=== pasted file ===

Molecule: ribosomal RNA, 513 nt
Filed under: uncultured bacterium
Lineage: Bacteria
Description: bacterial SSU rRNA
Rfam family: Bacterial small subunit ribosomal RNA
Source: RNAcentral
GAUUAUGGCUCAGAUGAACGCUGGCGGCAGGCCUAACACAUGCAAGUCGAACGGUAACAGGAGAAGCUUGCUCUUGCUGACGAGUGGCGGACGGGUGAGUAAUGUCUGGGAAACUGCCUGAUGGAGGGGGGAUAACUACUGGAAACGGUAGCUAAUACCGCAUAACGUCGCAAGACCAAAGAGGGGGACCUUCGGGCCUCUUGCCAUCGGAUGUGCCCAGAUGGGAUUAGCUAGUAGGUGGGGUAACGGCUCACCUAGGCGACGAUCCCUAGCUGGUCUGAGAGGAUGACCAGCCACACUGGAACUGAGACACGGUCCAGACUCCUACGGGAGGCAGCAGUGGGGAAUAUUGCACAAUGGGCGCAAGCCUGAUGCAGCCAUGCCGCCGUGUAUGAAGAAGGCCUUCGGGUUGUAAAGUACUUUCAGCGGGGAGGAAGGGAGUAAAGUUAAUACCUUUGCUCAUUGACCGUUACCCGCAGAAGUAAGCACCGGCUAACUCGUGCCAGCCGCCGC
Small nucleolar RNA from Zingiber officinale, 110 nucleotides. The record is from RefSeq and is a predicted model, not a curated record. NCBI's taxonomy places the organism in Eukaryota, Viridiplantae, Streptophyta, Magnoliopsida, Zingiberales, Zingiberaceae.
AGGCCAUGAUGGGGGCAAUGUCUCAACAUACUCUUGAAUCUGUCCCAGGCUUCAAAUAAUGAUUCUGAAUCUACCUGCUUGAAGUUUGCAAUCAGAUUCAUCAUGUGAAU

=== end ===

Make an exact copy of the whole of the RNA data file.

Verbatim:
Molecule: ribosomal RNA, 513 nt
Filed under: uncultured bacterium
Lineage: Bacteria
Description: bacterial SSU rRNA
Rfam family: Bacterial small subunit ribosomal RNA
Source: RNAcentral
GAUUAUGGCUCAGAUGAACGCUGGCGGCAGGCCUAACACAUGCAAGUCGAACGGUAACAGGAGAAGCUUGCUCUUGCUGACGAGUGGCGGACGGGUGAGUAAUGUCUGGGAAACUGCCUGAUGGAGGGGGGAUAACUACUGGAAACGGUAGCUAAUACCGCAUAACGUCGCAAGACCAAAGAGGGGGACCUUCGGGCCUCUUGCCAUCGGAUGUGCCCAGAUGGGAUUAGCUAGUAGGUGGGGUAACGGCUCACCUAGGCGACGAUCCCUAGCUGGUCUGAGAGGAUGACCAGCCACACUGGAACUGAGACACGGUCCAGACUCCUACGGGAGGCAGCAGUGGGGAAUAUUGCACAAUGGGCGCAAGCCUGAUGCAGCCAUGCCGCCGUGUAUGAAGAAGGCCUUCGGGUUGUAAAGUACUUUCAGCGGGGAGGAAGGGAGUAAAGUUAAUACCUUUGCUCAUUGACCGUUACCCGCAGAAGUAAGCACCGGCUAACUCGUGCCAGCCGCCGC
Small nucleolar RNA from Zingiber officinale, 110 nucleotides. The record is from RefSeq and is a predicted model, not a curated record. NCBI's taxonomy places the organism in Eukaryota, Viridiplantae, Streptophyta, Magnoliopsida, Zingiberales, Zingiberaceae.
AGGCCAUGAUGGGGGCAAUGUCUCAACAUACUCUUGAAUCUGUCCCAGGCUUCAAAUAAUGAUUCUGAAUCUACCUGCUUGAAGUUUGCAAUCAGAUUCAUCAUGUGAAU